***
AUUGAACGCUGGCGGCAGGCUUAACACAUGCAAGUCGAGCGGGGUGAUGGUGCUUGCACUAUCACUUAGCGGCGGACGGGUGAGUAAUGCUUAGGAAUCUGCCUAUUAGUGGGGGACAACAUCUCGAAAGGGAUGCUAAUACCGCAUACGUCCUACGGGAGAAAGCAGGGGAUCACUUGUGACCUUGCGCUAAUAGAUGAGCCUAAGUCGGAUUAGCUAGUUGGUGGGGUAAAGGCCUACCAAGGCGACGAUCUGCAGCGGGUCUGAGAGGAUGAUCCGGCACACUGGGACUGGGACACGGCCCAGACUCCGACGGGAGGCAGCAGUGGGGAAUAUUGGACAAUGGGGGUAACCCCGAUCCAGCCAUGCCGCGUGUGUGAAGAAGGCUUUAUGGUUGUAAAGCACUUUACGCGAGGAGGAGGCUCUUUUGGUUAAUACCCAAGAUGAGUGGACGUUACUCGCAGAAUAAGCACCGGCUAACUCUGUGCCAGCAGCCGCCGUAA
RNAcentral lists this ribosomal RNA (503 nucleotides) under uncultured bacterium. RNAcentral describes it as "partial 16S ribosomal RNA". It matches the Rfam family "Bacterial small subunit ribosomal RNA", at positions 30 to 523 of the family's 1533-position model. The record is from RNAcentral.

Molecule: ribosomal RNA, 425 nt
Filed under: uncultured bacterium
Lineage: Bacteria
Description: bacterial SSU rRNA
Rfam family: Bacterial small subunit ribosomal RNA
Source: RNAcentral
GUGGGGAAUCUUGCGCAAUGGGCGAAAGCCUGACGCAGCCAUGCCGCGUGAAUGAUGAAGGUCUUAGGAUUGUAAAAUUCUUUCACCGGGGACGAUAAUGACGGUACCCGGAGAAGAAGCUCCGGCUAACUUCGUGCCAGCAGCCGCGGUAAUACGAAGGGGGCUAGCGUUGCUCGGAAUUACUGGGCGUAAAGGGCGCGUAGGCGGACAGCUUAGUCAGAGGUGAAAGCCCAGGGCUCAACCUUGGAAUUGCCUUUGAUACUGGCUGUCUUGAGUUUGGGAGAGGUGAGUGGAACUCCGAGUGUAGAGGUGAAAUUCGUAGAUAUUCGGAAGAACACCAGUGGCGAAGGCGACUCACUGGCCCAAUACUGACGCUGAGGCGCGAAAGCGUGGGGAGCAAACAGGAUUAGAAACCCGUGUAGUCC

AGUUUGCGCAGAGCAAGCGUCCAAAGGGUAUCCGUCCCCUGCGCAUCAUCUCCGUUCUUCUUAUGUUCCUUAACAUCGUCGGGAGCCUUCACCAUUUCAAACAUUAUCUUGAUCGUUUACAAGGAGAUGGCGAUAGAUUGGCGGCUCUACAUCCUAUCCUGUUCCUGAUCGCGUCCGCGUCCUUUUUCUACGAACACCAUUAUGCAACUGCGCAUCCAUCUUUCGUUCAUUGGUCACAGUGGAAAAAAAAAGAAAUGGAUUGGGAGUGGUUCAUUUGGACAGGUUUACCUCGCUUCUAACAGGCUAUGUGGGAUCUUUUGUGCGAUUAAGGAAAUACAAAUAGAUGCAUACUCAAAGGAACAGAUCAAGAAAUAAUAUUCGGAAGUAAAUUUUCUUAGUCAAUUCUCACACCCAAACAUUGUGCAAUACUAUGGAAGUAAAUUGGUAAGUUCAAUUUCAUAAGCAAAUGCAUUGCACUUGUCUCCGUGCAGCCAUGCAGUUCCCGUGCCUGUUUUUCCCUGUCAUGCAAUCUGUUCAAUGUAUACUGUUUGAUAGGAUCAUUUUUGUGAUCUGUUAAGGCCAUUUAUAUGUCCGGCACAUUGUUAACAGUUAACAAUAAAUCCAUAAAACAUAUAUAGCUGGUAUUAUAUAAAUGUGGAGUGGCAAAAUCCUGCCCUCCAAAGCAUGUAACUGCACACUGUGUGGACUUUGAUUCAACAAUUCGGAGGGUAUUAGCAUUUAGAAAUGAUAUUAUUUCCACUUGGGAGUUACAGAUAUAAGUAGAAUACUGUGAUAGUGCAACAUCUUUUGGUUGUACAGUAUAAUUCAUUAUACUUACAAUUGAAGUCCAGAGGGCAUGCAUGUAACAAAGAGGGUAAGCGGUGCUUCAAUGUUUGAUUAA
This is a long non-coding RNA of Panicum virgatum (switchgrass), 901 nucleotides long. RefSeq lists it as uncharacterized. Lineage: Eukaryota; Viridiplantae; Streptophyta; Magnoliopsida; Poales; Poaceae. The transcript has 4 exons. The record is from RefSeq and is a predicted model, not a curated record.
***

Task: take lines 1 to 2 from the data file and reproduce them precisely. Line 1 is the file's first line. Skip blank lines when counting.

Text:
AUUGAACGCUGGCGGCAGGCUUAACACAUGCAAGUCGAGCGGGGUGAUGGUGCUUGCACUAUCACUUAGCGGCGGACGGGUGAGUAAUGCUUAGGAAUCUGCCUAUUAGUGGGGGACAACAUCUCGAAAGGGAUGCUAAUACCGCAUACGUCCUACGGGAGAAAGCAGGGGAUCACUUGUGACCUUGCGCUAAUAGAUGAGCCUAAGUCGGAUUAGCUAGUUGGUGGGGUAAAGGCCUACCAAGGCGACGAUCUGCAGCGGGUCUGAGAGGAUGAUCCGGCACACUGGGACUGGGACACGGCCCAGACUCCGACGGGAGGCAGCAGUGGGGAAUAUUGGACAAUGGGGGUAACCCCGAUCCAGCCAUGCCGCGUGUGUGAAGAAGGCUUUAUGGUUGUAAAGCACUUUACGCGAGGAGGAGGCUCUUUUGGUUAAUACCCAAGAUGAGUGGACGUUACUCGCAGAAUAAGCACCGGCUAACUCUGUGCCAGCAGCCGCCGUAA
RNAcentral lists this ribosomal RNA (503 nucleotides) under uncultured bacterium. RNAcentral describes it as "partial 16S ribosomal RNA". It matches the Rfam family "Bacterial small subunit ribosomal RNA", at positions 30 to 523 of the family's 1533-position model. The record is from RNAcentral.